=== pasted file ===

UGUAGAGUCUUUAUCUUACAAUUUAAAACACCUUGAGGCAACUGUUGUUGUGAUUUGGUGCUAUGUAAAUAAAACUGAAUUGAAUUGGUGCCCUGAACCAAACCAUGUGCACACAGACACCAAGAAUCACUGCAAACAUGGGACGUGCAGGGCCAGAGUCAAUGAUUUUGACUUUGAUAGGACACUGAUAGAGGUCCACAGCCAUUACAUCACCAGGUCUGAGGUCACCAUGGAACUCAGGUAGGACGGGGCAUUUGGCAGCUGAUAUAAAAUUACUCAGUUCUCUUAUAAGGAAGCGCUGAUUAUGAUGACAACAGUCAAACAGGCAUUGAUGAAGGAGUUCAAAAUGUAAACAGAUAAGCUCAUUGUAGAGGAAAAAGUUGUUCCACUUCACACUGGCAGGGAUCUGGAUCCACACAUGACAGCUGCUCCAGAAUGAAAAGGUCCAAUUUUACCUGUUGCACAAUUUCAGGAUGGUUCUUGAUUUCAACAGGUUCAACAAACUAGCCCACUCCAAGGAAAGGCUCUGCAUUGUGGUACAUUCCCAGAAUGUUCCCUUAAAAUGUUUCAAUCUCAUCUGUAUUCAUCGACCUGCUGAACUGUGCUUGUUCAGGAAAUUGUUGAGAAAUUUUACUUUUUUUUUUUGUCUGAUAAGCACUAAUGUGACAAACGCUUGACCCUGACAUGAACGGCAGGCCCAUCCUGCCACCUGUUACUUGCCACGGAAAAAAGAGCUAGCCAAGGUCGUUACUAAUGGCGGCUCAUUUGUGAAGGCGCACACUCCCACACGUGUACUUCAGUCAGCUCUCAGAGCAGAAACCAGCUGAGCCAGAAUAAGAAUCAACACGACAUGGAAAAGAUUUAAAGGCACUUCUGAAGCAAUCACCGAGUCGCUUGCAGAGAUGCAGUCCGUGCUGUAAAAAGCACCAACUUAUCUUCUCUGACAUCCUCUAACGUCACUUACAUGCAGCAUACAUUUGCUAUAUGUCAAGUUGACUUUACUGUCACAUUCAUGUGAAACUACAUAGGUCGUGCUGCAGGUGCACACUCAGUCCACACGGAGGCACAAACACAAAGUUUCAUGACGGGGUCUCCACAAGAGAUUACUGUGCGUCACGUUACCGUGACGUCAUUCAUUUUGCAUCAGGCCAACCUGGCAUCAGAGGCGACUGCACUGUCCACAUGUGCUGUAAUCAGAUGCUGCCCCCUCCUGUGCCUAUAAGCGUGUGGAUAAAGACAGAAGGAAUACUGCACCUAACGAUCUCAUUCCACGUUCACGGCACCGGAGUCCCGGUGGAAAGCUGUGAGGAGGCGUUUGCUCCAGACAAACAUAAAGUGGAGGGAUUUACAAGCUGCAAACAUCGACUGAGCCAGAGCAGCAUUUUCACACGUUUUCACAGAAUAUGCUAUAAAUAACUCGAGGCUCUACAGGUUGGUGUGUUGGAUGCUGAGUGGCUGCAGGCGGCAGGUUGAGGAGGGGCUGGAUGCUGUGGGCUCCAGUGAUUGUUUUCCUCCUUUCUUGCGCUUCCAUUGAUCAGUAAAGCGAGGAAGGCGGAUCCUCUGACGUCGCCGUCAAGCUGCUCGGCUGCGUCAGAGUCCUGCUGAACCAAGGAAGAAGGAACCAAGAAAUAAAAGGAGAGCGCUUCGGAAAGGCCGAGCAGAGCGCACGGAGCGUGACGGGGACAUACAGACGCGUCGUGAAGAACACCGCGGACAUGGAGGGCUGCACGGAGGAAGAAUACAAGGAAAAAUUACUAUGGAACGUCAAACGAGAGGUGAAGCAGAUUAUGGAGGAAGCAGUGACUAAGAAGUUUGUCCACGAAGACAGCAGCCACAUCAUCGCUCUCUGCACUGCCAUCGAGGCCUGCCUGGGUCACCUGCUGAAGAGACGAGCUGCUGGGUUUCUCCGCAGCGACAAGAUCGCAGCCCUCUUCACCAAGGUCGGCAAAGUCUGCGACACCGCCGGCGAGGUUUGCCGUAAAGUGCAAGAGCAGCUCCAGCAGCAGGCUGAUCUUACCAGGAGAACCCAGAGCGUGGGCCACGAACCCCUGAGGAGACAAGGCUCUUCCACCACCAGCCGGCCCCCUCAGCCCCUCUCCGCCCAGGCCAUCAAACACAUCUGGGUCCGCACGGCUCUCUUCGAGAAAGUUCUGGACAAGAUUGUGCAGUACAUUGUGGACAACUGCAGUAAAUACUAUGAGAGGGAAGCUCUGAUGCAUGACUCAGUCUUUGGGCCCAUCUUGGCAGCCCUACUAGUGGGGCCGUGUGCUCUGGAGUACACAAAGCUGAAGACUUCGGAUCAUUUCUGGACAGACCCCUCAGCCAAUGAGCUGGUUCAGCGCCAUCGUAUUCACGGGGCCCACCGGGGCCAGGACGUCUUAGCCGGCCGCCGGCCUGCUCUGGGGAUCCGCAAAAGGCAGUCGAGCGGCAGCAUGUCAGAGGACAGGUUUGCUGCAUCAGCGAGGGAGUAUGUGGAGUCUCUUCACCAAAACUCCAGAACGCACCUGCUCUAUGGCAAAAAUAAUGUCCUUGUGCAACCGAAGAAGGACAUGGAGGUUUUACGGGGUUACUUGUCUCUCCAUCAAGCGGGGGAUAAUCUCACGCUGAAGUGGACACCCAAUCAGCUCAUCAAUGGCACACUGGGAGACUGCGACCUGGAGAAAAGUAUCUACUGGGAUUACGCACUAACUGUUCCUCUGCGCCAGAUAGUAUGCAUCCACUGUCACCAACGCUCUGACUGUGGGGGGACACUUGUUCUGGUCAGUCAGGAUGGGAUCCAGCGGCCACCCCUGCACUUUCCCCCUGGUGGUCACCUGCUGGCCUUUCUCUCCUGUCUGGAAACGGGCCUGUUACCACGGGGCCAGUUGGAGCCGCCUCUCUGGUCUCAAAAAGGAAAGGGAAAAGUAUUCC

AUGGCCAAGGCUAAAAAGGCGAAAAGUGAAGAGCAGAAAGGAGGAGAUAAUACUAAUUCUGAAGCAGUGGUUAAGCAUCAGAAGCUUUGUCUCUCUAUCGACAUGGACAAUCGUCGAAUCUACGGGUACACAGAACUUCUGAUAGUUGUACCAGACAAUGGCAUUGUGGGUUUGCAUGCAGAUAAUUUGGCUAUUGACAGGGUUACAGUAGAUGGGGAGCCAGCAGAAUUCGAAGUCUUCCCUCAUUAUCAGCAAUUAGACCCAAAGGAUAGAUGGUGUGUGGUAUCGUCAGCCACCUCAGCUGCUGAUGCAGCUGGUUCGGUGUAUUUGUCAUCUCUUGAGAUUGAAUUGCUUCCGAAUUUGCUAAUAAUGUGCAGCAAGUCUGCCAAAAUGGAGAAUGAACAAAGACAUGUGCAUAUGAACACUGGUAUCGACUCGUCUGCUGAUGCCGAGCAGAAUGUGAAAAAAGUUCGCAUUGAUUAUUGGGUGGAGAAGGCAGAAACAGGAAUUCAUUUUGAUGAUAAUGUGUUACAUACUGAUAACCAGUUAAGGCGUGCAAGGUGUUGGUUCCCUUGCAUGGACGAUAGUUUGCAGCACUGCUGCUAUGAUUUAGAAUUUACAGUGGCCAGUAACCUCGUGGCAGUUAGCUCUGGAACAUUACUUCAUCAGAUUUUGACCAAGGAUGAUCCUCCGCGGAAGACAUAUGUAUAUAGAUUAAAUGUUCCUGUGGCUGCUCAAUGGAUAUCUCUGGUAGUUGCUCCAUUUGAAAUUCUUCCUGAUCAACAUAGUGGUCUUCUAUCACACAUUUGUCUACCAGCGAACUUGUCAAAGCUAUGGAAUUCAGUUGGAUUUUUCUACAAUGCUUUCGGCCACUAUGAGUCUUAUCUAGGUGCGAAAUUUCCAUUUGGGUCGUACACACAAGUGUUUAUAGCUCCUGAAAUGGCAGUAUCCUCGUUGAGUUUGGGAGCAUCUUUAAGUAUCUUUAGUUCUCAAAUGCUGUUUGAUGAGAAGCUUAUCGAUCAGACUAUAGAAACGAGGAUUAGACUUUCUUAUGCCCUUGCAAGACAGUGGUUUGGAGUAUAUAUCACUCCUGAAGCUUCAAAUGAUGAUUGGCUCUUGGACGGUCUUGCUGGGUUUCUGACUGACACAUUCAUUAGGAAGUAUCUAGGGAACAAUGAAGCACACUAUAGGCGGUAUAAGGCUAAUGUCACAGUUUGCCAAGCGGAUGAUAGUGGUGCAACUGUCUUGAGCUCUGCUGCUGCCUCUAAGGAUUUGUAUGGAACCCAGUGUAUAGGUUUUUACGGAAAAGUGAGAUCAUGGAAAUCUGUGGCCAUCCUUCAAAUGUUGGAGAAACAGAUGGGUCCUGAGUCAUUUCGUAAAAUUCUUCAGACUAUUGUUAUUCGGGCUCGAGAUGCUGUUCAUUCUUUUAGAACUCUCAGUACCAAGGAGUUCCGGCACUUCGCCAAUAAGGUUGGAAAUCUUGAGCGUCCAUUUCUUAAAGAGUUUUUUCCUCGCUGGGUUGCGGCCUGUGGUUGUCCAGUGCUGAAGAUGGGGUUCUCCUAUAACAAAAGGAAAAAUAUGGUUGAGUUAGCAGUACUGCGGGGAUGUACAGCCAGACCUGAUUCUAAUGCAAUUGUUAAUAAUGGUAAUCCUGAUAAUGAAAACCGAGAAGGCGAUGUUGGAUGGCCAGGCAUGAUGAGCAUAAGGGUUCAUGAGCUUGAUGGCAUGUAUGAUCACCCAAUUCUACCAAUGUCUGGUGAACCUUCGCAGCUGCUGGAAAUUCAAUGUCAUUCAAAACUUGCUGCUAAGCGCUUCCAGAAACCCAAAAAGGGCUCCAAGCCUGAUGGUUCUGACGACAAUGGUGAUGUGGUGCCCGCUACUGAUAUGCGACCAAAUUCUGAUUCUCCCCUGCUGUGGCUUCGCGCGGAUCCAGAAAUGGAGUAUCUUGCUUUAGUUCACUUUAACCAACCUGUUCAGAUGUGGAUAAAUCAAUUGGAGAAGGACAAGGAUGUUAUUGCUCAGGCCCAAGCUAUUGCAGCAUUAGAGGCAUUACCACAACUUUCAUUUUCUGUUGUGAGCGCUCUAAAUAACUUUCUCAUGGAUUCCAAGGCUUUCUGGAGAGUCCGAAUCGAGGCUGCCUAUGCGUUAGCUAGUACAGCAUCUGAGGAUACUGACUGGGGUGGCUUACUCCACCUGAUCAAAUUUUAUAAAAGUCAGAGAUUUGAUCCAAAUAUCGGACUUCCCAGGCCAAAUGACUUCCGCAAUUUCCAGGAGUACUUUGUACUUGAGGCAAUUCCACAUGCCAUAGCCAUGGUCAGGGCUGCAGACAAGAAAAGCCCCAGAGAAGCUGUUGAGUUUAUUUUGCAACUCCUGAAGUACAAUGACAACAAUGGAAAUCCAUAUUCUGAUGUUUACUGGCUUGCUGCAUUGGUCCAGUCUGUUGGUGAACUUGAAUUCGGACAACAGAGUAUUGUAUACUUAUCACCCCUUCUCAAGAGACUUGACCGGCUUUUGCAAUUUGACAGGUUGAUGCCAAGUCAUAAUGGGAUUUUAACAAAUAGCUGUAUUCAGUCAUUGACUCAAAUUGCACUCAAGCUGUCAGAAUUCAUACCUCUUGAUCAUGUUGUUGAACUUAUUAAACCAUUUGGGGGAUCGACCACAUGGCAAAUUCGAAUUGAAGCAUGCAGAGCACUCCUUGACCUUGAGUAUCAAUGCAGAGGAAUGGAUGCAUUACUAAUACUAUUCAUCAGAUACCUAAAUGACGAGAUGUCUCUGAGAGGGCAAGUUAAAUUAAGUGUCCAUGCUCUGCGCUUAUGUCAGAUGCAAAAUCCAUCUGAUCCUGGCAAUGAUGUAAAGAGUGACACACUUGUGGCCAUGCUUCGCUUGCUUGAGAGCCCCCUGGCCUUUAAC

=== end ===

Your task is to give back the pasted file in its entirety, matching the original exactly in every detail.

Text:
UGUAGAGUCUUUAUCUUACAAUUUAAAACACCUUGAGGCAACUGUUGUUGUGAUUUGGUGCUAUGUAAAUAAAACUGAAUUGAAUUGGUGCCCUGAACCAAACCAUGUGCACACAGACACCAAGAAUCACUGCAAACAUGGGACGUGCAGGGCCAGAGUCAAUGAUUUUGACUUUGAUAGGACACUGAUAGAGGUCCACAGCCAUUACAUCACCAGGUCUGAGGUCACCAUGGAACUCAGGUAGGACGGGGCAUUUGGCAGCUGAUAUAAAAUUACUCAGUUCUCUUAUAAGGAAGCGCUGAUUAUGAUGACAACAGUCAAACAGGCAUUGAUGAAGGAGUUCAAAAUGUAAACAGAUAAGCUCAUUGUAGAGGAAAAAGUUGUUCCACUUCACACUGGCAGGGAUCUGGAUCCACACAUGACAGCUGCUCCAGAAUGAAAAGGUCCAAUUUUACCUGUUGCACAAUUUCAGGAUGGUUCUUGAUUUCAACAGGUUCAACAAACUAGCCCACUCCAAGGAAAGGCUCUGCAUUGUGGUACAUUCCCAGAAUGUUCCCUUAAAAUGUUUCAAUCUCAUCUGUAUUCAUCGACCUGCUGAACUGUGCUUGUUCAGGAAAUUGUUGAGAAAUUUUACUUUUUUUUUUUGUCUGAUAAGCACUAAUGUGACAAACGCUUGACCCUGACAUGAACGGCAGGCCCAUCCUGCCACCUGUUACUUGCCACGGAAAAAAGAGCUAGCCAAGGUCGUUACUAAUGGCGGCUCAUUUGUGAAGGCGCACACUCCCACACGUGUACUUCAGUCAGCUCUCAGAGCAGAAACCAGCUGAGCCAGAAUAAGAAUCAACACGACAUGGAAAAGAUUUAAAGGCACUUCUGAAGCAAUCACCGAGUCGCUUGCAGAGAUGCAGUCCGUGCUGUAAAAAGCACCAACUUAUCUUCUCUGACAUCCUCUAACGUCACUUACAUGCAGCAUACAUUUGCUAUAUGUCAAGUUGACUUUACUGUCACAUUCAUGUGAAACUACAUAGGUCGUGCUGCAGGUGCACACUCAGUCCACACGGAGGCACAAACACAAAGUUUCAUGACGGGGUCUCCACAAGAGAUUACUGUGCGUCACGUUACCGUGACGUCAUUCAUUUUGCAUCAGGCCAACCUGGCAUCAGAGGCGACUGCACUGUCCACAUGUGCUGUAAUCAGAUGCUGCCCCCUCCUGUGCCUAUAAGCGUGUGGAUAAAGACAGAAGGAAUACUGCACCUAACGAUCUCAUUCCACGUUCACGGCACCGGAGUCCCGGUGGAAAGCUGUGAGGAGGCGUUUGCUCCAGACAAACAUAAAGUGGAGGGAUUUACAAGCUGCAAACAUCGACUGAGCCAGAGCAGCAUUUUCACACGUUUUCACAGAAUAUGCUAUAAAUAACUCGAGGCUCUACAGGUUGGUGUGUUGGAUGCUGAGUGGCUGCAGGCGGCAGGUUGAGGAGGGGCUGGAUGCUGUGGGCUCCAGUGAUUGUUUUCCUCCUUUCUUGCGCUUCCAUUGAUCAGUAAAGCGAGGAAGGCGGAUCCUCUGACGUCGCCGUCAAGCUGCUCGGCUGCGUCAGAGUCCUGCUGAACCAAGGAAGAAGGAACCAAGAAAUAAAAGGAGAGCGCUUCGGAAAGGCCGAGCAGAGCGCACGGAGCGUGACGGGGACAUACAGACGCGUCGUGAAGAACACCGCGGACAUGGAGGGCUGCACGGAGGAAGAAUACAAGGAAAAAUUACUAUGGAACGUCAAACGAGAGGUGAAGCAGAUUAUGGAGGAAGCAGUGACUAAGAAGUUUGUCCACGAAGACAGCAGCCACAUCAUCGCUCUCUGCACUGCCAUCGAGGCCUGCCUGGGUCACCUGCUGAAGAGACGAGCUGCUGGGUUUCUCCGCAGCGACAAGAUCGCAGCCCUCUUCACCAAGGUCGGCAAAGUCUGCGACACCGCCGGCGAGGUUUGCCGUAAAGUGCAAGAGCAGCUCCAGCAGCAGGCUGAUCUUACCAGGAGAACCCAGAGCGUGGGCCACGAACCCCUGAGGAGACAAGGCUCUUCCACCACCAGCCGGCCCCCUCAGCCCCUCUCCGCCCAGGCCAUCAAACACAUCUGGGUCCGCACGGCUCUCUUCGAGAAAGUUCUGGACAAGAUUGUGCAGUACAUUGUGGACAACUGCAGUAAAUACUAUGAGAGGGAAGCUCUGAUGCAUGACUCAGUCUUUGGGCCCAUCUUGGCAGCCCUACUAGUGGGGCCGUGUGCUCUGGAGUACACAAAGCUGAAGACUUCGGAUCAUUUCUGGACAGACCCCUCAGCCAAUGAGCUGGUUCAGCGCCAUCGUAUUCACGGGGCCCACCGGGGCCAGGACGUCUUAGCCGGCCGCCGGCCUGCUCUGGGGAUCCGCAAAAGGCAGUCGAGCGGCAGCAUGUCAGAGGACAGGUUUGCUGCAUCAGCGAGGGAGUAUGUGGAGUCUCUUCACCAAAACUCCAGAACGCACCUGCUCUAUGGCAAAAAUAAUGUCCUUGUGCAACCGAAGAAGGACAUGGAGGUUUUACGGGGUUACUUGUCUCUCCAUCAAGCGGGGGAUAAUCUCACGCUGAAGUGGACACCCAAUCAGCUCAUCAAUGGCACACUGGGAGACUGCGACCUGGAGAAAAGUAUCUACUGGGAUUACGCACUAACUGUUCCUCUGCGCCAGAUAGUAUGCAUCCACUGUCACCAACGCUCUGACUGUGGGGGGACACUUGUUCUGGUCAGUCAGGAUGGGAUCCAGCGGCCACCCCUGCACUUUCCCCCUGGUGGUCACCUGCUGGCCUUUCUCUCCUGUCUGGAAACGGGCCUGUUACCACGGGGCCAGUUGGAGCCGCCUCUCUGGUCUCAAAAAGGAAAGGGAAAAGUAUUCC

AUGGCCAAGGCUAAAAAGGCGAAAAGUGAAGAGCAGAAAGGAGGAGAUAAUACUAAUUCUGAAGCAGUGGUUAAGCAUCAGAAGCUUUGUCUCUCUAUCGACAUGGACAAUCGUCGAAUCUACGGGUACACAGAACUUCUGAUAGUUGUACCAGACAAUGGCAUUGUGGGUUUGCAUGCAGAUAAUUUGGCUAUUGACAGGGUUACAGUAGAUGGGGAGCCAGCAGAAUUCGAAGUCUUCCCUCAUUAUCAGCAAUUAGACCCAAAGGAUAGAUGGUGUGUGGUAUCGUCAGCCACCUCAGCUGCUGAUGCAGCUGGUUCGGUGUAUUUGUCAUCUCUUGAGAUUGAAUUGCUUCCGAAUUUGCUAAUAAUGUGCAGCAAGUCUGCCAAAAUGGAGAAUGAACAAAGACAUGUGCAUAUGAACACUGGUAUCGACUCGUCUGCUGAUGCCGAGCAGAAUGUGAAAAAAGUUCGCAUUGAUUAUUGGGUGGAGAAGGCAGAAACAGGAAUUCAUUUUGAUGAUAAUGUGUUACAUACUGAUAACCAGUUAAGGCGUGCAAGGUGUUGGUUCCCUUGCAUGGACGAUAGUUUGCAGCACUGCUGCUAUGAUUUAGAAUUUACAGUGGCCAGUAACCUCGUGGCAGUUAGCUCUGGAACAUUACUUCAUCAGAUUUUGACCAAGGAUGAUCCUCCGCGGAAGACAUAUGUAUAUAGAUUAAAUGUUCCUGUGGCUGCUCAAUGGAUAUCUCUGGUAGUUGCUCCAUUUGAAAUUCUUCCUGAUCAACAUAGUGGUCUUCUAUCACACAUUUGUCUACCAGCGAACUUGUCAAAGCUAUGGAAUUCAGUUGGAUUUUUCUACAAUGCUUUCGGCCACUAUGAGUCUUAUCUAGGUGCGAAAUUUCCAUUUGGGUCGUACACACAAGUGUUUAUAGCUCCUGAAAUGGCAGUAUCCUCGUUGAGUUUGGGAGCAUCUUUAAGUAUCUUUAGUUCUCAAAUGCUGUUUGAUGAGAAGCUUAUCGAUCAGACUAUAGAAACGAGGAUUAGACUUUCUUAUGCCCUUGCAAGACAGUGGUUUGGAGUAUAUAUCACUCCUGAAGCUUCAAAUGAUGAUUGGCUCUUGGACGGUCUUGCUGGGUUUCUGACUGACACAUUCAUUAGGAAGUAUCUAGGGAACAAUGAAGCACACUAUAGGCGGUAUAAGGCUAAUGUCACAGUUUGCCAAGCGGAUGAUAGUGGUGCAACUGUCUUGAGCUCUGCUGCUGCCUCUAAGGAUUUGUAUGGAACCCAGUGUAUAGGUUUUUACGGAAAAGUGAGAUCAUGGAAAUCUGUGGCCAUCCUUCAAAUGUUGGAGAAACAGAUGGGUCCUGAGUCAUUUCGUAAAAUUCUUCAGACUAUUGUUAUUCGGGCUCGAGAUGCUGUUCAUUCUUUUAGAACUCUCAGUACCAAGGAGUUCCGGCACUUCGCCAAUAAGGUUGGAAAUCUUGAGCGUCCAUUUCUUAAAGAGUUUUUUCCUCGCUGGGUUGCGGCCUGUGGUUGUCCAGUGCUGAAGAUGGGGUUCUCCUAUAACAAAAGGAAAAAUAUGGUUGAGUUAGCAGUACUGCGGGGAUGUACAGCCAGACCUGAUUCUAAUGCAAUUGUUAAUAAUGGUAAUCCUGAUAAUGAAAACCGAGAAGGCGAUGUUGGAUGGCCAGGCAUGAUGAGCAUAAGGGUUCAUGAGCUUGAUGGCAUGUAUGAUCACCCAAUUCUACCAAUGUCUGGUGAACCUUCGCAGCUGCUGGAAAUUCAAUGUCAUUCAAAACUUGCUGCUAAGCGCUUCCAGAAACCCAAAAAGGGCUCCAAGCCUGAUGGUUCUGACGACAAUGGUGAUGUGGUGCCCGCUACUGAUAUGCGACCAAAUUCUGAUUCUCCCCUGCUGUGGCUUCGCGCGGAUCCAGAAAUGGAGUAUCUUGCUUUAGUUCACUUUAACCAACCUGUUCAGAUGUGGAUAAAUCAAUUGGAGAAGGACAAGGAUGUUAUUGCUCAGGCCCAAGCUAUUGCAGCAUUAGAGGCAUUACCACAACUUUCAUUUUCUGUUGUGAGCGCUCUAAAUAACUUUCUCAUGGAUUCCAAGGCUUUCUGGAGAGUCCGAAUCGAGGCUGCCUAUGCGUUAGCUAGUACAGCAUCUGAGGAUACUGACUGGGGUGGCUUACUCCACCUGAUCAAAUUUUAUAAAAGUCAGAGAUUUGAUCCAAAUAUCGGACUUCCCAGGCCAAAUGACUUCCGCAAUUUCCAGGAGUACUUUGUACUUGAGGCAAUUCCACAUGCCAUAGCCAUGGUCAGGGCUGCAGACAAGAAAAGCCCCAGAGAAGCUGUUGAGUUUAUUUUGCAACUCCUGAAGUACAAUGACAACAAUGGAAAUCCAUAUUCUGAUGUUUACUGGCUUGCUGCAUUGGUCCAGUCUGUUGGUGAACUUGAAUUCGGACAACAGAGUAUUGUAUACUUAUCACCCCUUCUCAAGAGACUUGACCGGCUUUUGCAAUUUGACAGGUUGAUGCCAAGUCAUAAUGGGAUUUUAACAAAUAGCUGUAUUCAGUCAUUGACUCAAAUUGCACUCAAGCUGUCAGAAUUCAUACCUCUUGAUCAUGUUGUUGAACUUAUUAAACCAUUUGGGGGAUCGACCACAUGGCAAAUUCGAAUUGAAGCAUGCAGAGCACUCCUUGACCUUGAGUAUCAAUGCAGAGGAAUGGAUGCAUUACUAAUACUAUUCAUCAGAUACCUAAAUGACGAGAUGUCUCUGAGAGGGCAAGUUAAAUUAAGUGUCCAUGCUCUGCGCUUAUGUCAGAUGCAAAAUCCAUCUGAUCCUGGCAAUGAUGUAAAGAGUGACACACUUGUGGCCAUGCUUCGCUUGCUUGAGAGCCCCCUGGCCUUUAAC